Some years ago, I met a five-year-old girl named Mary who had just, only a few days earlier, been presented with a brand new red toy wagon. She never tired of giving her dog Sheppy rides in it. Little Mary smiled at me and whispered: “You know what? I have a secret to tell you.” When I got down to her eye level, she said very solemnly, as only a five-year-old can: “You know, when I pull my wagon from the front, it goes where I want it to go. But when I push it from behind, I never know where it will take me.”
The more I ponder this sage statement, the more certain I am that little Mary was on to something. Little Mary’s wagon is not unlike our material possessions. When we give material things secondary importance in our lives, they become our servants. But when our possessions become our number one priority, our lives will go out of control. Notice, I’m not saying that material possessions are bad in and of themselves. If, however, we are not careful, they can run our lives. Like spoiled children, they are always demanding our attention. They clamor: “We need maintenance, repairs, and upgrades. It’s time to accessorize. Collect the whole set. Invest in sweat equity. Preserve us for future generations.”
The question is this: If our material possessions are like little Mary’s red wagon, how do we get out in front of them and assert our dominion over them? The answer is quite simple. Every now and then, we must give some of them away. And this giving must hurt a little, so I’m not talking about getting rid of merely surplus wealth. That’s right. Just as we assert our mastery over food through fasting and abstinence, we claim dominion over the things of this world by giving some of them away.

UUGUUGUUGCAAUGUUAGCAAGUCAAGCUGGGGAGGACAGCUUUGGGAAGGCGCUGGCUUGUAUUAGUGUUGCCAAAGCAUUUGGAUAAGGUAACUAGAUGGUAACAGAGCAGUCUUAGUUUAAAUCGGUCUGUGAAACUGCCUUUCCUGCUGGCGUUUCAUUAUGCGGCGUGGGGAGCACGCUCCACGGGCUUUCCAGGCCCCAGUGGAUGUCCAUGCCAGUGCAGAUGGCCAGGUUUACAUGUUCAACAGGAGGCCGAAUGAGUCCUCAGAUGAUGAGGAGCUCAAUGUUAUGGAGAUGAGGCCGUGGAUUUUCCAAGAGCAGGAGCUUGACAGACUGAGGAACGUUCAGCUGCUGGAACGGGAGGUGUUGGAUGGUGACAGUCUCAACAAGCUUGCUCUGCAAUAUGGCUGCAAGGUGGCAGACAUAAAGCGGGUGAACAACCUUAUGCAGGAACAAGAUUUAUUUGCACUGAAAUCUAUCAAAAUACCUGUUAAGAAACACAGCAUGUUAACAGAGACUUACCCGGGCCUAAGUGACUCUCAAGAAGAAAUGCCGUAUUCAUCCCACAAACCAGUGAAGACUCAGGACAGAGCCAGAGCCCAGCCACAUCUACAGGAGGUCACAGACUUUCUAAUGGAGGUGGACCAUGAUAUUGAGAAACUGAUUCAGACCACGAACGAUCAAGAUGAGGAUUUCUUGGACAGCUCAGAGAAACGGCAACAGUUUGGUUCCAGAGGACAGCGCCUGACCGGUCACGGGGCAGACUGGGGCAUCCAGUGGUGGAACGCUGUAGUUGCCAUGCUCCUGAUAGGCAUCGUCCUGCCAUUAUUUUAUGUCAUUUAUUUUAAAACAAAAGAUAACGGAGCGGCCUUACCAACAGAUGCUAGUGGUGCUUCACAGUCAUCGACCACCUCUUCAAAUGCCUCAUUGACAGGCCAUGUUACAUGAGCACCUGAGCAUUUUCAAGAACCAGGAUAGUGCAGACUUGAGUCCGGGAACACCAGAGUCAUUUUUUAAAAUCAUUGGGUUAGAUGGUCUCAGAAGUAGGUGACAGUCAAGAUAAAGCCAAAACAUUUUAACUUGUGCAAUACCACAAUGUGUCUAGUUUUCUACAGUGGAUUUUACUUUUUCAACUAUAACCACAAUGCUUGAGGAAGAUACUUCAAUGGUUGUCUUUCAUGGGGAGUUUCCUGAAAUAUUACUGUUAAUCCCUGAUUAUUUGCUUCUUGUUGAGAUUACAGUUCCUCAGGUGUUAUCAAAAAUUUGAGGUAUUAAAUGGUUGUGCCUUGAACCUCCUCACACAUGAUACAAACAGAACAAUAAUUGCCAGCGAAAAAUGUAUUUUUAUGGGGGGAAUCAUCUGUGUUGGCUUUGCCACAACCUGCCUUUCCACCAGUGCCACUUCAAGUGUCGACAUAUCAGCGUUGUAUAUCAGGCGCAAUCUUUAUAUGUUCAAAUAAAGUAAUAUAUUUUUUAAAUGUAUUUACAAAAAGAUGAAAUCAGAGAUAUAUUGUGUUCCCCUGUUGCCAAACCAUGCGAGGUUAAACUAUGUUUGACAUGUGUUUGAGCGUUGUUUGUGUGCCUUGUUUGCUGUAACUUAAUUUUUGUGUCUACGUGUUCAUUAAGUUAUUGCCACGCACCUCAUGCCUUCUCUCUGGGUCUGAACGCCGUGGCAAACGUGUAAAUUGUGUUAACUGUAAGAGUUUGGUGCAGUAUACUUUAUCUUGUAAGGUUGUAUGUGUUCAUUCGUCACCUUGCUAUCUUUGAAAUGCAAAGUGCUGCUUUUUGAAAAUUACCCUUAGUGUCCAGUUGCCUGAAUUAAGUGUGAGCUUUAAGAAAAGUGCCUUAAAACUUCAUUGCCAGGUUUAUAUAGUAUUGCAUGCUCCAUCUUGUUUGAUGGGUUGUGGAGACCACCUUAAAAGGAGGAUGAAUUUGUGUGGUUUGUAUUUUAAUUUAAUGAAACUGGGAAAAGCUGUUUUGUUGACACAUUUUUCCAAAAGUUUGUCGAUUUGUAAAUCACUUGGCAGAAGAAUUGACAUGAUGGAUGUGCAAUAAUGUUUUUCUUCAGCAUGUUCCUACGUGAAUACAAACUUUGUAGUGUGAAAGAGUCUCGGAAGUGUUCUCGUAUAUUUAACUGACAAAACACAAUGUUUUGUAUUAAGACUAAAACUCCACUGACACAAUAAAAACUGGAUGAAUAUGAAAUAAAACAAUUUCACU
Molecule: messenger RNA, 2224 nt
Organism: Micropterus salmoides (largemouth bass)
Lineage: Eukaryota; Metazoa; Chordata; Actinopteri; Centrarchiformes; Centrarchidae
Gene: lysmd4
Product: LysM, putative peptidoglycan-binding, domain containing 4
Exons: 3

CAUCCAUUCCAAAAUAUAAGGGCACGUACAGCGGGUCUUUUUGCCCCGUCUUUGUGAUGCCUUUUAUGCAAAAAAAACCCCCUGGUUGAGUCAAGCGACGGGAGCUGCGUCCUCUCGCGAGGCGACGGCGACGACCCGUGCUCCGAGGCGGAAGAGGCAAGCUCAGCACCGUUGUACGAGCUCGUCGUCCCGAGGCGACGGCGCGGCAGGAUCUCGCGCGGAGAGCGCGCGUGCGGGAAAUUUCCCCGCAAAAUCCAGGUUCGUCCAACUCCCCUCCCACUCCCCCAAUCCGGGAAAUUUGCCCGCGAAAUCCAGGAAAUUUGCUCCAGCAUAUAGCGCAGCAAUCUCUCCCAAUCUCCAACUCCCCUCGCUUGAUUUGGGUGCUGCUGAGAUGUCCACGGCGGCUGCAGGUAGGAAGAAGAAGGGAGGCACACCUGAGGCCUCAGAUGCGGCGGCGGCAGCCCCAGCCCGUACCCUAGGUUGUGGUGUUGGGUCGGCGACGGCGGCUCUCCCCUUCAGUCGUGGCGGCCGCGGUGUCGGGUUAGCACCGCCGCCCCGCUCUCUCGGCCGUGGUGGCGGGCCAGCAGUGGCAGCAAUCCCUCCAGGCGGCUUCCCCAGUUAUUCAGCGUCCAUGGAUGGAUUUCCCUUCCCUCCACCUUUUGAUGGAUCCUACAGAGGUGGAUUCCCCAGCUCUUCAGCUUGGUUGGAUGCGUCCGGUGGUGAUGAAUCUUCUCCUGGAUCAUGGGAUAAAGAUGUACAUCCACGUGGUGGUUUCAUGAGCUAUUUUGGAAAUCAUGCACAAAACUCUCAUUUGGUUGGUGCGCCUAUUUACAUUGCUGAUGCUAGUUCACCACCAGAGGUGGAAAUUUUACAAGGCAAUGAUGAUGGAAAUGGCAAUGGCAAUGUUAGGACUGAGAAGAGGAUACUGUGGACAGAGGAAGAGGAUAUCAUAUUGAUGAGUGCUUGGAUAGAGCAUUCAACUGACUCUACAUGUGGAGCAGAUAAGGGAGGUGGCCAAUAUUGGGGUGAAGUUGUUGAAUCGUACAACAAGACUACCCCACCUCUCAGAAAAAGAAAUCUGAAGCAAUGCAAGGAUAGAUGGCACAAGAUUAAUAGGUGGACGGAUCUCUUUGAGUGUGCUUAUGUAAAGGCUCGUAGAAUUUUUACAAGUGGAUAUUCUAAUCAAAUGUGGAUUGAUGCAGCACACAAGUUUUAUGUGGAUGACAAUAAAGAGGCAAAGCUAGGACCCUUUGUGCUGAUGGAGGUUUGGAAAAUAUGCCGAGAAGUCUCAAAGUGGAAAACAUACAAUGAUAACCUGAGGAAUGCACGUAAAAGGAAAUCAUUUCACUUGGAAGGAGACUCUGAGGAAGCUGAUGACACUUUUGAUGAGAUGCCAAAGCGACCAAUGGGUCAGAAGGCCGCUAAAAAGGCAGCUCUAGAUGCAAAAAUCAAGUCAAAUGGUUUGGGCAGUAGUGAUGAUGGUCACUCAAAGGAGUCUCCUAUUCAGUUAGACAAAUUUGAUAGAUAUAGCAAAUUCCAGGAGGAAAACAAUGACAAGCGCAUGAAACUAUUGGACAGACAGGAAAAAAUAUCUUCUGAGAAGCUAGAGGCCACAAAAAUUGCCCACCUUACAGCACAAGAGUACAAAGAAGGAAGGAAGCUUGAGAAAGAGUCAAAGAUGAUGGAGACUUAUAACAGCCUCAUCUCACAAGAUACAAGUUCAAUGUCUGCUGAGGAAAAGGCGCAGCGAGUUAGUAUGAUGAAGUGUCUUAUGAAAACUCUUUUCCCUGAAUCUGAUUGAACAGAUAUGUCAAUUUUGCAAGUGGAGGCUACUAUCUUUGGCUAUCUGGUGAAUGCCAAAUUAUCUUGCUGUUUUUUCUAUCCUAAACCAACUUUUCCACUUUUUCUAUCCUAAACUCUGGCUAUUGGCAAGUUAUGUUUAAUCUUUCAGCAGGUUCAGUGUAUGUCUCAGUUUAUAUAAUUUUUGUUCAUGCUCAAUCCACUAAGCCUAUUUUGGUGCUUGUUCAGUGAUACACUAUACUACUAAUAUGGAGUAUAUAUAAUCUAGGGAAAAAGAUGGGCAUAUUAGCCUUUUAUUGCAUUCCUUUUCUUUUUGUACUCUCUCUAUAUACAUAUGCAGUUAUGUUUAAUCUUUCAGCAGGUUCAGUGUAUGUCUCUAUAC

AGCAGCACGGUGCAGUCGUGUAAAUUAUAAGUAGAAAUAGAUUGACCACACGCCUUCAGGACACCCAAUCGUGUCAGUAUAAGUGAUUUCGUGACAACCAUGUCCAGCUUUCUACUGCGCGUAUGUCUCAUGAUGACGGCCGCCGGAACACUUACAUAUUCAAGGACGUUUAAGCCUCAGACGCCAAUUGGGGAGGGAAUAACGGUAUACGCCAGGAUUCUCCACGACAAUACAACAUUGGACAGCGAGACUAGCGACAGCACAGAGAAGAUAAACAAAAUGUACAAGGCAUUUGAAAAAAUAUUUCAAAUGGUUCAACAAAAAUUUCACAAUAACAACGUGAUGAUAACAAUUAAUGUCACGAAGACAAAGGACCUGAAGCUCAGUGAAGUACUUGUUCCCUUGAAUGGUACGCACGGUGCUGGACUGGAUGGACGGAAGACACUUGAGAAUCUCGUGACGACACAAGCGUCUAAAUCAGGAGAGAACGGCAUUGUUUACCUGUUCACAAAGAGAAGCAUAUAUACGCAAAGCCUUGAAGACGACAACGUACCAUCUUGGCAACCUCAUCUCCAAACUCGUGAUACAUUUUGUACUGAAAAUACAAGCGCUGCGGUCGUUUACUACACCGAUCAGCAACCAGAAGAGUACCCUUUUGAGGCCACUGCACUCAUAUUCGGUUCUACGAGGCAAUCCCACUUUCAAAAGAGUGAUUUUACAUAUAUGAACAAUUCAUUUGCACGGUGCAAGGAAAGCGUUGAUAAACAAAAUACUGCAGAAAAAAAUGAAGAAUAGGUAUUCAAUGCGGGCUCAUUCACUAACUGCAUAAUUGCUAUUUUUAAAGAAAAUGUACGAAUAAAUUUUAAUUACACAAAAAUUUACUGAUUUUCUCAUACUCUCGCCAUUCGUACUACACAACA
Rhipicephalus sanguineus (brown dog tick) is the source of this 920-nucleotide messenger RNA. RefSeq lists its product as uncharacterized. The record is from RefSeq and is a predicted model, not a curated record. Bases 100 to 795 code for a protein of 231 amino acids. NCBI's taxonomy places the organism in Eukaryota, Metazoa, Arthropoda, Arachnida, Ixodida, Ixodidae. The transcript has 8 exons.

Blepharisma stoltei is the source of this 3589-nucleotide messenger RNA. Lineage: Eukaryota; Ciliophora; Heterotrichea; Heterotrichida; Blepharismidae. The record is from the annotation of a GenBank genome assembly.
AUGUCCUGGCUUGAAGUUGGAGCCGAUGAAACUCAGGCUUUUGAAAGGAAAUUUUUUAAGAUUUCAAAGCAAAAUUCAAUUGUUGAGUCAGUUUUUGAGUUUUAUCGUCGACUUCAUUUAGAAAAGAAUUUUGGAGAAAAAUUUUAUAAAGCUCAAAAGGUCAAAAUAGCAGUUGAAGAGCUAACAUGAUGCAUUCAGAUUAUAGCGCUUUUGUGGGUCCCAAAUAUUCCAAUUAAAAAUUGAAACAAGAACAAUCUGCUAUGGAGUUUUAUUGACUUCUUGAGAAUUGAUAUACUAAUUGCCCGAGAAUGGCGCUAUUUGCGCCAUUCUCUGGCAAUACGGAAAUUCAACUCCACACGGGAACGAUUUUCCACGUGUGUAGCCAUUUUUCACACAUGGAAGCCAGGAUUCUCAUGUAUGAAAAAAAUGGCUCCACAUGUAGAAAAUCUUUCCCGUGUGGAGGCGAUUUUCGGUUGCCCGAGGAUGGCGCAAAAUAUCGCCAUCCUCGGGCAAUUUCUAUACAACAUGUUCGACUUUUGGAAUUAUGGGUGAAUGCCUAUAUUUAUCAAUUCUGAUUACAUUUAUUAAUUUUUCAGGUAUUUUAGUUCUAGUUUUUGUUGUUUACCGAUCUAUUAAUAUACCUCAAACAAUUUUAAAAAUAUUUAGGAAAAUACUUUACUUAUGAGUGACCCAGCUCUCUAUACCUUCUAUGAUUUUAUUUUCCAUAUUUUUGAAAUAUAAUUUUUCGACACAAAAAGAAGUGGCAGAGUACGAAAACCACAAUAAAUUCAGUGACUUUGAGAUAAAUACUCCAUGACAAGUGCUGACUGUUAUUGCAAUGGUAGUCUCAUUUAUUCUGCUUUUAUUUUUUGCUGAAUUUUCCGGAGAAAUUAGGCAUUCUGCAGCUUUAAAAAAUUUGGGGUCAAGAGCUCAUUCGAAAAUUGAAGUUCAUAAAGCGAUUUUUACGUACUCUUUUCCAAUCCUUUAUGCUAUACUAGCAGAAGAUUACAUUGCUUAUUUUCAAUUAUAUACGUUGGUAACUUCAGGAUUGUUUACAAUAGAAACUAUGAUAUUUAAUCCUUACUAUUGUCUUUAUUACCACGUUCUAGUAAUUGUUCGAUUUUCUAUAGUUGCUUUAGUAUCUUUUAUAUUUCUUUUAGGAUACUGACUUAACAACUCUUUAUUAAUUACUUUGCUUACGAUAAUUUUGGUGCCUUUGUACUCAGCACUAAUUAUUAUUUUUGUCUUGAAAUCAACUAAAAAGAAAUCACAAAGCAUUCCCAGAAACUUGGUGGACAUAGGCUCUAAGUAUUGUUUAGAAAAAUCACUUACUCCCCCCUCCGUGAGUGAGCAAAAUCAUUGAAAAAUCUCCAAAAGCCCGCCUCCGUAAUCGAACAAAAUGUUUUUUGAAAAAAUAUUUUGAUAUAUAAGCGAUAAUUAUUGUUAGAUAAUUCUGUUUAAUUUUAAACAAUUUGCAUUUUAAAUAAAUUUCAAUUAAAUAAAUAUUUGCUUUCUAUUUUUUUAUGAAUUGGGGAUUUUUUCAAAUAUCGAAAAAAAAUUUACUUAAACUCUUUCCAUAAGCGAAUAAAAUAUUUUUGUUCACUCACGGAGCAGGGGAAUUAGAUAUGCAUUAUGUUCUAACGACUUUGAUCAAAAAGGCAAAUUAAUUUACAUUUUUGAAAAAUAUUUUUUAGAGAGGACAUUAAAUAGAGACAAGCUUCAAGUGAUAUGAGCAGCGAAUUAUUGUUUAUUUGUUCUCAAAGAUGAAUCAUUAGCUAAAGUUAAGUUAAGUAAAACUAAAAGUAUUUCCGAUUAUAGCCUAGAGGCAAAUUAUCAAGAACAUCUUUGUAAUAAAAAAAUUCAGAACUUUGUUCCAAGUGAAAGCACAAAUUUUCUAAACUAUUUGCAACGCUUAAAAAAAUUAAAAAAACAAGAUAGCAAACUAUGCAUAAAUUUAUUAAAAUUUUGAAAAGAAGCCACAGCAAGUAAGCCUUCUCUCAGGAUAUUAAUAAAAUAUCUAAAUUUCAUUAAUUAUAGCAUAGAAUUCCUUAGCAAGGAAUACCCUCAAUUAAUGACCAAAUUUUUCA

Now when we give things away, we obviously bestow benefits on the recipients. If you give your coat to me, it’s easy to see that I am the one who is warmer. Yet here are just three personal advantages to the voluntary giving away of some of the things we own.
First, whenever we give things away, we are more likely to discover our own hidden treasures and talents. Father Michael had been ordained almost a whole decade when, in the midst of downsizing, he came across a small cardboard box hidden in the back of his bureau. Upon opening the box, he found a brand-new pair of gloves. I remember these, he thought to himself. These were given to me at the time of my ordination. I recall writing a thank-you note. I could use a pair of gloves now. Let’s see if they fit. Imagine Father’s amazement when, inserting his right hand into the right-hand glove, he discovered a twenty-dollar bill rolled up in each finger! The left-hand glove held the same amount of money. Father Michael had had $200 in cash for almost ten years, and he didn’t even know it. (As a result, I now make it a policy never to give away anything I have received until I have inserted my hand in it, turned it inside out, or given it a good shake!) The point is that Father Michael found his stash of cash only when he began giving away some of his possessions. It is the same with us. When we begin divesting ourselves of the material possessions we don’t really need, who knows what we’ll discover?